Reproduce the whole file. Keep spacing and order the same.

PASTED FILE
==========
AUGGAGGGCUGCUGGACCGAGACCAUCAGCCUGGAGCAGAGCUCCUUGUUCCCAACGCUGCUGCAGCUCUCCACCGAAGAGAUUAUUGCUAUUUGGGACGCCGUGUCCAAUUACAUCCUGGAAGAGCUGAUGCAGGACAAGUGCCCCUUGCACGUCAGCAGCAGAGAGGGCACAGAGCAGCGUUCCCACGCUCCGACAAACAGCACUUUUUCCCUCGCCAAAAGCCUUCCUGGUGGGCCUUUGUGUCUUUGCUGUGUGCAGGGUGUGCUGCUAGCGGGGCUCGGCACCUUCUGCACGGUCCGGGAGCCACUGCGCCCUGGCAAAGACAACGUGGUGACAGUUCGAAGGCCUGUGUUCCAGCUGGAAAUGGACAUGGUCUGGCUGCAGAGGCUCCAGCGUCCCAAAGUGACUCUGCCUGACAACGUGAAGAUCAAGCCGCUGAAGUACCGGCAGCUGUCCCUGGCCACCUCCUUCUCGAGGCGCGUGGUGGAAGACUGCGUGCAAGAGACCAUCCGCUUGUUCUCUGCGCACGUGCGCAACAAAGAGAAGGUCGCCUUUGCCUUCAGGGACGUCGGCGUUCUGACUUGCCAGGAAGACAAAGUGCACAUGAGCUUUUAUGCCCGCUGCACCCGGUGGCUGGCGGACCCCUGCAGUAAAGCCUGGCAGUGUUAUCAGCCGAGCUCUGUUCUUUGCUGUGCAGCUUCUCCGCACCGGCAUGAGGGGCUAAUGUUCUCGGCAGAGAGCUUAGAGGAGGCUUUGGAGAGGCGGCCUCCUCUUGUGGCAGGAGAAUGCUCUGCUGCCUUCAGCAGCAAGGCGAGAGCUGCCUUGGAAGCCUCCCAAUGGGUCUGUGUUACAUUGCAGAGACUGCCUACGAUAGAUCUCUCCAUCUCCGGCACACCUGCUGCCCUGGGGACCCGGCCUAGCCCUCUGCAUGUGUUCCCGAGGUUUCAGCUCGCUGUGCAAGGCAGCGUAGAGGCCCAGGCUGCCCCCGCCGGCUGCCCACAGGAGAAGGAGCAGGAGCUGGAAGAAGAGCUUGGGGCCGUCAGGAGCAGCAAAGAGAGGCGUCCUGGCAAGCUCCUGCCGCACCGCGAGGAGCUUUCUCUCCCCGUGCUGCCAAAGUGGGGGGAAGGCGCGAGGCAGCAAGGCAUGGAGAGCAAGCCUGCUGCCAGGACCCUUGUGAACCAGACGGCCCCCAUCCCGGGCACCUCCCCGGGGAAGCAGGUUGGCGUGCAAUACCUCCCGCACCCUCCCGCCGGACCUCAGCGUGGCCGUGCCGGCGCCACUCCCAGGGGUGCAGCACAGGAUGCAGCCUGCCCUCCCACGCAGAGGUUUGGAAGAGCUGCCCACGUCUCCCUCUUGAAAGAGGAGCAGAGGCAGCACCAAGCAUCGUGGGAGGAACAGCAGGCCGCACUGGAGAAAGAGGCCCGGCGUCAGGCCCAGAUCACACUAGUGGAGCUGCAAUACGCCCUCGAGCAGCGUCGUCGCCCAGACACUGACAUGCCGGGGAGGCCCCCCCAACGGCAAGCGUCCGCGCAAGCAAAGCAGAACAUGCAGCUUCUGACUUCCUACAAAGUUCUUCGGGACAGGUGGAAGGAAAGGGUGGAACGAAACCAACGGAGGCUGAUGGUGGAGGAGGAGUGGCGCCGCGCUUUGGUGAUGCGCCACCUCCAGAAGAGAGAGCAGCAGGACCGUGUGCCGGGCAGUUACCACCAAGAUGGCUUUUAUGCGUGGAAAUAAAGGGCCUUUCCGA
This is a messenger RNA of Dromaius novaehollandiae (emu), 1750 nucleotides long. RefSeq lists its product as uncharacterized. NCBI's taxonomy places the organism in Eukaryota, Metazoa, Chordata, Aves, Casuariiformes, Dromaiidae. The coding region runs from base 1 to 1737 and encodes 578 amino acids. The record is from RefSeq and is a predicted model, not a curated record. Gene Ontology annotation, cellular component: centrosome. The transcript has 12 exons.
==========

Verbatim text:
AUGGAGGGCUGCUGGACCGAGACCAUCAGCCUGGAGCAGAGCUCCUUGUUCCCAACGCUGCUGCAGCUCUCCACCGAAGAGAUUAUUGCUAUUUGGGACGCCGUGUCCAAUUACAUCCUGGAAGAGCUGAUGCAGGACAAGUGCCCCUUGCACGUCAGCAGCAGAGAGGGCACAGAGCAGCGUUCCCACGCUCCGACAAACAGCACUUUUUCCCUCGCCAAAAGCCUUCCUGGUGGGCCUUUGUGUCUUUGCUGUGUGCAGGGUGUGCUGCUAGCGGGGCUCGGCACCUUCUGCACGGUCCGGGAGCCACUGCGCCCUGGCAAAGACAACGUGGUGACAGUUCGAAGGCCUGUGUUCCAGCUGGAAAUGGACAUGGUCUGGCUGCAGAGGCUCCAGCGUCCCAAAGUGACUCUGCCUGACAACGUGAAGAUCAAGCCGCUGAAGUACCGGCAGCUGUCCCUGGCCACCUCCUUCUCGAGGCGCGUGGUGGAAGACUGCGUGCAAGAGACCAUCCGCUUGUUCUCUGCGCACGUGCGCAACAAAGAGAAGGUCGCCUUUGCCUUCAGGGACGUCGGCGUUCUGACUUGCCAGGAAGACAAAGUGCACAUGAGCUUUUAUGCCCGCUGCACCCGGUGGCUGGCGGACCCCUGCAGUAAAGCCUGGCAGUGUUAUCAGCCGAGCUCUGUUCUUUGCUGUGCAGCUUCUCCGCACCGGCAUGAGGGGCUAAUGUUCUCGGCAGAGAGCUUAGAGGAGGCUUUGGAGAGGCGGCCUCCUCUUGUGGCAGGAGAAUGCUCUGCUGCCUUCAGCAGCAAGGCGAGAGCUGCCUUGGAAGCCUCCCAAUGGGUCUGUGUUACAUUGCAGAGACUGCCUACGAUAGAUCUCUCCAUCUCCGGCACACCUGCUGCCCUGGGGACCCGGCCUAGCCCUCUGCAUGUGUUCCCGAGGUUUCAGCUCGCUGUGCAAGGCAGCGUAGAGGCCCAGGCUGCCCCCGCCGGCUGCCCACAGGAGAAGGAGCAGGAGCUGGAAGAAGAGCUUGGGGCCGUCAGGAGCAGCAAAGAGAGGCGUCCUGGCAAGCUCCUGCCGCACCGCGAGGAGCUUUCUCUCCCCGUGCUGCCAAAGUGGGGGGAAGGCGCGAGGCAGCAAGGCAUGGAGAGCAAGCCUGCUGCCAGGACCCUUGUGAACCAGACGGCCCCCAUCCCGGGCACCUCCCCGGGGAAGCAGGUUGGCGUGCAAUACCUCCCGCACCCUCCCGCCGGACCUCAGCGUGGCCGUGCCGGCGCCACUCCCAGGGGUGCAGCACAGGAUGCAGCCUGCCCUCCCACGCAGAGGUUUGGAAGAGCUGCCCACGUCUCCCUCUUGAAAGAGGAGCAGAGGCAGCACCAAGCAUCGUGGGAGGAACAGCAGGCCGCACUGGAGAAAGAGGCCCGGCGUCAGGCCCAGAUCACACUAGUGGAGCUGCAAUACGCCCUCGAGCAGCGUCGUCGCCCAGACACUGACAUGCCGGGGAGGCCCCCCCAACGGCAAGCGUCCGCGCAAGCAAAGCAGAACAUGCAGCUUCUGACUUCCUACAAAGUUCUUCGGGACAGGUGGAAGGAAAGGGUGGAACGAAACCAACGGAGGCUGAUGGUGGAGGAGGAGUGGCGCCGCGCUUUGGUGAUGCGCCACCUCCAGAAGAGAGAGCAGCAGGACCGUGUGCCGGGCAGUUACCACCAAGAUGGCUUUUAUGCGUGGAAAUAAAGGGCCUUUCCGA
This is a messenger RNA of Dromaius novaehollandiae (emu), 1750 nucleotides long. RefSeq lists its product as uncharacterized. NCBI's taxonomy places the organism in Eukaryota, Metazoa, Chordata, Aves, Casuariiformes, Dromaiidae. The coding region runs from base 1 to 1737 and encodes 578 amino acids. The record is from RefSeq and is a predicted model, not a curated record. Gene Ontology annotation, cellular component: centrosome. The transcript has 12 exons.